Now, earlier I mentioned that this week would be all about us and that next week would be all about our relationship with each other and the world but this demand to give us each day our daily bread does indeed have great implications with how we relate to others. And the first step in that is to acknowledge how differently people pray this prayer based on their life situation. In his book, Lord, Teach Us, Will Willimon shares this story, “A woman in a little village in Honduras trudges up the mountain each day to gather and then carry down the mountain the sticks for her cooking the food. Then she grinds the corn her husband has raised, cherishing every kernel, hoping that this season’s corn will last through the winter. The tortillas are made in the palm of her hand. She drops them in the pan, cooks them and feeds them one-by-one to her children, the only food they will have that day to fill their aching stomachs. That woman undoubtedly prays, “Give us [each] day our daily bread” different from the way we pray that petition (emphasis added).”

To acknowledge that many people pray this prayer differently based on circumstances is one thing but I’d like to stretch you even further than that. Have you ever considered that praying for your daily bread, for most of us, is actually praying for you to have less than you already have? Think about the state of the world as far as food goes. It’s been well documented that there are enough food resources to go around the world for everyone to have enough daily calories, daily subsistence but yet, there are so many who don’t have enough to eat to survive, while there are so many who have more than they could ever eat. So, when we pray for our daily bread, the harsh reality of any answer to that prayer that’s worth its salt, is the recognition that some of what I have, should have gone to someone else more needy than I. Richard Vinson puts it this way, “Praying for daily subsistence rations, for most of us, is a bit like praying for a pay cut. We eat more food, surely, than any society has ever eaten. We have more varieties of food available to us, from fresh to frozen to fast, than any society has ever had, more than most societies a few generations back would have believed possible. If we pray, “Give us [each day our daily bread],” are we prepared to have God slash our incomes or somehow wreck the food production industry? Are we prepared to stand in real solidarity with the poor, whom Mary said God would raise up, while sending the rich, like us, away empty?”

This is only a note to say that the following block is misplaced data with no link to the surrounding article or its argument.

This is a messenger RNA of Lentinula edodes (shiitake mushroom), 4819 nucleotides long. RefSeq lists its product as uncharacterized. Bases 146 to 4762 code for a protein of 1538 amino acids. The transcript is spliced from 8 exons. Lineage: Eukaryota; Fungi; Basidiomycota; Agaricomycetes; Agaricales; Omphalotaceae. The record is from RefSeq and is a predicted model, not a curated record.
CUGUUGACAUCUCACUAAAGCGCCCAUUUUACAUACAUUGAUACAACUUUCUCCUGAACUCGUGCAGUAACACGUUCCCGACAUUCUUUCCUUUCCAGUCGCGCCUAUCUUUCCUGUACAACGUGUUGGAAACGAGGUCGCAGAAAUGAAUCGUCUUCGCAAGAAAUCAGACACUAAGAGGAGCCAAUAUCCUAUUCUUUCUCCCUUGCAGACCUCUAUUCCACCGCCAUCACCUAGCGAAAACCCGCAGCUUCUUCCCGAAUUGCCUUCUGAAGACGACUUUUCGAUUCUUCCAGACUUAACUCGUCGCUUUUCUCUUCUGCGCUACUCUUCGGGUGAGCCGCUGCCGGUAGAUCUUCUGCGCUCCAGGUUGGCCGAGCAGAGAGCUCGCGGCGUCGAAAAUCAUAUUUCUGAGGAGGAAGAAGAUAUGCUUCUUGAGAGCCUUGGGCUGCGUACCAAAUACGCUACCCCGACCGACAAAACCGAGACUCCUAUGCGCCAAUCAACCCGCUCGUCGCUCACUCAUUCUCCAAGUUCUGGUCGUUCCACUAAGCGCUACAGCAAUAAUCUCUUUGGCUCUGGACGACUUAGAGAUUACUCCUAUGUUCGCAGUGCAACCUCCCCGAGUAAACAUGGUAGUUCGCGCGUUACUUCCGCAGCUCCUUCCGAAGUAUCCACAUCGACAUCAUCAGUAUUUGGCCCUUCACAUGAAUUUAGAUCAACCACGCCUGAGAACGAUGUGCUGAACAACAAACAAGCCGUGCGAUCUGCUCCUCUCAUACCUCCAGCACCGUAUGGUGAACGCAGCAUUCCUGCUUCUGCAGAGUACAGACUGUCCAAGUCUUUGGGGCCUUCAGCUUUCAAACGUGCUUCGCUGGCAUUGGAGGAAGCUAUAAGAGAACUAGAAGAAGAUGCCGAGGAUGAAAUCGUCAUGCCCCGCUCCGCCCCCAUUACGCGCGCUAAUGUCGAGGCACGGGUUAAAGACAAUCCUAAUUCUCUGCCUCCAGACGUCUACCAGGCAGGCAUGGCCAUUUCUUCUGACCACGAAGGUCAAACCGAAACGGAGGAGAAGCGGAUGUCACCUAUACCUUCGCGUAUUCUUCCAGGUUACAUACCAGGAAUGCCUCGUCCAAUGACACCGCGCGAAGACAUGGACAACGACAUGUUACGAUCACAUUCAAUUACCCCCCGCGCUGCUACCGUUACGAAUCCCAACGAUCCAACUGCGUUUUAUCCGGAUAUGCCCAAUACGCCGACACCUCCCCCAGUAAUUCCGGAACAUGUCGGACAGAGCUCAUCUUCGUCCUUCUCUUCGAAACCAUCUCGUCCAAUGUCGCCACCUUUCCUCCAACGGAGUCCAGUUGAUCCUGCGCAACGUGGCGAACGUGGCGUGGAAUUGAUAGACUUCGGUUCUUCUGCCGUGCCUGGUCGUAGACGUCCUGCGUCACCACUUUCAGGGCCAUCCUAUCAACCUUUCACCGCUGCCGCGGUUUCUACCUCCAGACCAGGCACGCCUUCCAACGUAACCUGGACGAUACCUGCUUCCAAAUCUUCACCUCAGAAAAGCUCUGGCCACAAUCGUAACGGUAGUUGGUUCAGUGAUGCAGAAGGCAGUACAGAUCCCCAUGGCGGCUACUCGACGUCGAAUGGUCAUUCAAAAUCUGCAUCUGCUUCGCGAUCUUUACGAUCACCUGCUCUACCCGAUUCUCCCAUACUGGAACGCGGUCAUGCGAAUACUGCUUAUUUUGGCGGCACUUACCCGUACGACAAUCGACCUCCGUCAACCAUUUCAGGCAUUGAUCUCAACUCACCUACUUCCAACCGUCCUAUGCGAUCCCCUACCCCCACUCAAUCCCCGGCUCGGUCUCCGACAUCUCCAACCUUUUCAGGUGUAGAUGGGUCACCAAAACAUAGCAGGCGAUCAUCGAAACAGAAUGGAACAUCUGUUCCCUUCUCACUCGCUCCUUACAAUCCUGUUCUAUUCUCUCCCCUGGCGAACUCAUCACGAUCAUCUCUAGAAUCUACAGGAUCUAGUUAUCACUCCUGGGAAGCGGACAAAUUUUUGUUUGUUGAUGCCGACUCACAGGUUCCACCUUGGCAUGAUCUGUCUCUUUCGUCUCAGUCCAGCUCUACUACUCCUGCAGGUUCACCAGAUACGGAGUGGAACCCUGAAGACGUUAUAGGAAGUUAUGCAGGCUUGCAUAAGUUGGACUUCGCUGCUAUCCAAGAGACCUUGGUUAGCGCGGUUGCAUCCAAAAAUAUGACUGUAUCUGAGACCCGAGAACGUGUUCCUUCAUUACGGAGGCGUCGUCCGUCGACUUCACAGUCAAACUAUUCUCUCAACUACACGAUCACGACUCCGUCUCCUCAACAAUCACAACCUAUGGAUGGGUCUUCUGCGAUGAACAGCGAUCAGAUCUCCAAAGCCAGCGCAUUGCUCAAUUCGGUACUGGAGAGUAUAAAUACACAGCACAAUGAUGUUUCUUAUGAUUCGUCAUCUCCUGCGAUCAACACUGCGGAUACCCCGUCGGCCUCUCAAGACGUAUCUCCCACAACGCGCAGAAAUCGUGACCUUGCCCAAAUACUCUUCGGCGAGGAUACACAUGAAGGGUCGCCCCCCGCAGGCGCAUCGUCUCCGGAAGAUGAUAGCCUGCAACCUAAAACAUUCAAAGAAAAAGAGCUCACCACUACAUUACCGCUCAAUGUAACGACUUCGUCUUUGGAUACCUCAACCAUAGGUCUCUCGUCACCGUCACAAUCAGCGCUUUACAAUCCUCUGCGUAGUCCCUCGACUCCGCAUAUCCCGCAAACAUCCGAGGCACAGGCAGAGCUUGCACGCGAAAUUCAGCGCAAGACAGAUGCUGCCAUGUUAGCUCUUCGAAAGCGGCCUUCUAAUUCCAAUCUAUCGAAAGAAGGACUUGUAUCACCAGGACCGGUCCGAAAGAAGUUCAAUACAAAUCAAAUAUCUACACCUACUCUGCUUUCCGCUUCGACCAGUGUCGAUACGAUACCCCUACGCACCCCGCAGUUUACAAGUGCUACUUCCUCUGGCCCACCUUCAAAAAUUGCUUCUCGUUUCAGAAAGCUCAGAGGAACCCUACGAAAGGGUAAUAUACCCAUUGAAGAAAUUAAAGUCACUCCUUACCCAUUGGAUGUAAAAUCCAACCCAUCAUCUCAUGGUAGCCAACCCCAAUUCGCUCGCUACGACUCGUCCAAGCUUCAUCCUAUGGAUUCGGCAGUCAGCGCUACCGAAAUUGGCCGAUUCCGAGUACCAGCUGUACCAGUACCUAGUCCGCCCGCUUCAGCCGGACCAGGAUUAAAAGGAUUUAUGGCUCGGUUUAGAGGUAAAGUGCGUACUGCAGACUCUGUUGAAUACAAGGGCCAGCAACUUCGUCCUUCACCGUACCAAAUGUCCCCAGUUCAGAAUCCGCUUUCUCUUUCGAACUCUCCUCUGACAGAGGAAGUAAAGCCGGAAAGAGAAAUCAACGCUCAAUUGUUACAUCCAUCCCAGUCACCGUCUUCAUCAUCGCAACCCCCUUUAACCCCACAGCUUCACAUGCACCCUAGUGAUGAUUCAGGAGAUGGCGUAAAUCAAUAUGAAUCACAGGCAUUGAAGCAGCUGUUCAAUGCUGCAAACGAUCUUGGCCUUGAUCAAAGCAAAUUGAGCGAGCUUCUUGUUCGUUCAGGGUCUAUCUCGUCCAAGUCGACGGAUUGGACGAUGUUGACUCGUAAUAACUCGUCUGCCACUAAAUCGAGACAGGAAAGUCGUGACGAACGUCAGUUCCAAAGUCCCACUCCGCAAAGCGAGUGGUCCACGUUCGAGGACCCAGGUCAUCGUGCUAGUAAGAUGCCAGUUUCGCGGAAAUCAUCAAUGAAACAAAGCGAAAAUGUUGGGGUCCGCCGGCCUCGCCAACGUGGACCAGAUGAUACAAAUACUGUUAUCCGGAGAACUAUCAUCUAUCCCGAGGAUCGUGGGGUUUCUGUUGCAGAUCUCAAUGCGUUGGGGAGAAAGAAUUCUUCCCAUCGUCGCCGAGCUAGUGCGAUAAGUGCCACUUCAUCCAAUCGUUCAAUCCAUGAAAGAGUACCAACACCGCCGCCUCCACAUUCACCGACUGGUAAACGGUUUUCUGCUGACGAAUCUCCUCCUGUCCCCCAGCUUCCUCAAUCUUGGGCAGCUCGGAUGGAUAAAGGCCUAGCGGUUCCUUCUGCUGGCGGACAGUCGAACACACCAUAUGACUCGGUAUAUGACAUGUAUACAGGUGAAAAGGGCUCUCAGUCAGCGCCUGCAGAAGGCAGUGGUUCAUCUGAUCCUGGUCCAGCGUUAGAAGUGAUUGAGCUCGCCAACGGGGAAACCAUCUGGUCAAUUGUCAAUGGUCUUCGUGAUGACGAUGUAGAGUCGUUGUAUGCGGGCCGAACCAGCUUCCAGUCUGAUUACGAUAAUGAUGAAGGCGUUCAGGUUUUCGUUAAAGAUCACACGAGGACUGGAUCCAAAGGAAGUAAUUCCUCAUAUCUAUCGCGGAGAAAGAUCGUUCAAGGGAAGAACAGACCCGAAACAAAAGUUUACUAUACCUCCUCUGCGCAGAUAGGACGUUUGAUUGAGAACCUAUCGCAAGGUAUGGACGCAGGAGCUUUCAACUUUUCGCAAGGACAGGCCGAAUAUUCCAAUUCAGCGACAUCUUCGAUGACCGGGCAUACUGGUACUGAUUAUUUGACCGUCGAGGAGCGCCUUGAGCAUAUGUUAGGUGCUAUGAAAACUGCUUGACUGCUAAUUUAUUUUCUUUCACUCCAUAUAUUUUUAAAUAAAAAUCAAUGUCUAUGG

Jose Vela Zanetti, "La Ultima Cena" 1977
At our Wednesday evening online Bible discussion I’d like to talk about not only why praying this prayer this way can be so challenging for us but also how we can live lives of contentment, rather than always wanting more, you know, the American way! To begin that conversation I’ll leave you with the story of the Contented Fisherman that goes like this, “The rich industrialist from the North was horrified to find the Southern fisherman lying lazily beside his boat, smoking a pipe. "Why aren't you out fishing?" said the industrialist. "Because I have caught enough fish for the day," said the fisherman. "Why don't you catch some more?" "What would I do with it?" "You could earn more money" was the reply. "With that, you could have a motor fixed to your boat and go into deeper waters and catch more fish. Then you would make enough to buy nylon nets. These would bring you more fish and more money. Soon you would have enough money to own two boats…maybe even a fleet of boats. Then you would be a rich man like me." "What would I do then?" "Then you could really enjoy life." "What do you think I am doing right now?"

In our thankfulness to a God whose mercy knows no ending, whose generosity knows no bounds, may we also challenge ourselves to learn how to live lives of contentedness, happy with having enough, so that all may one day have enough too. Thanks be to God. Amen.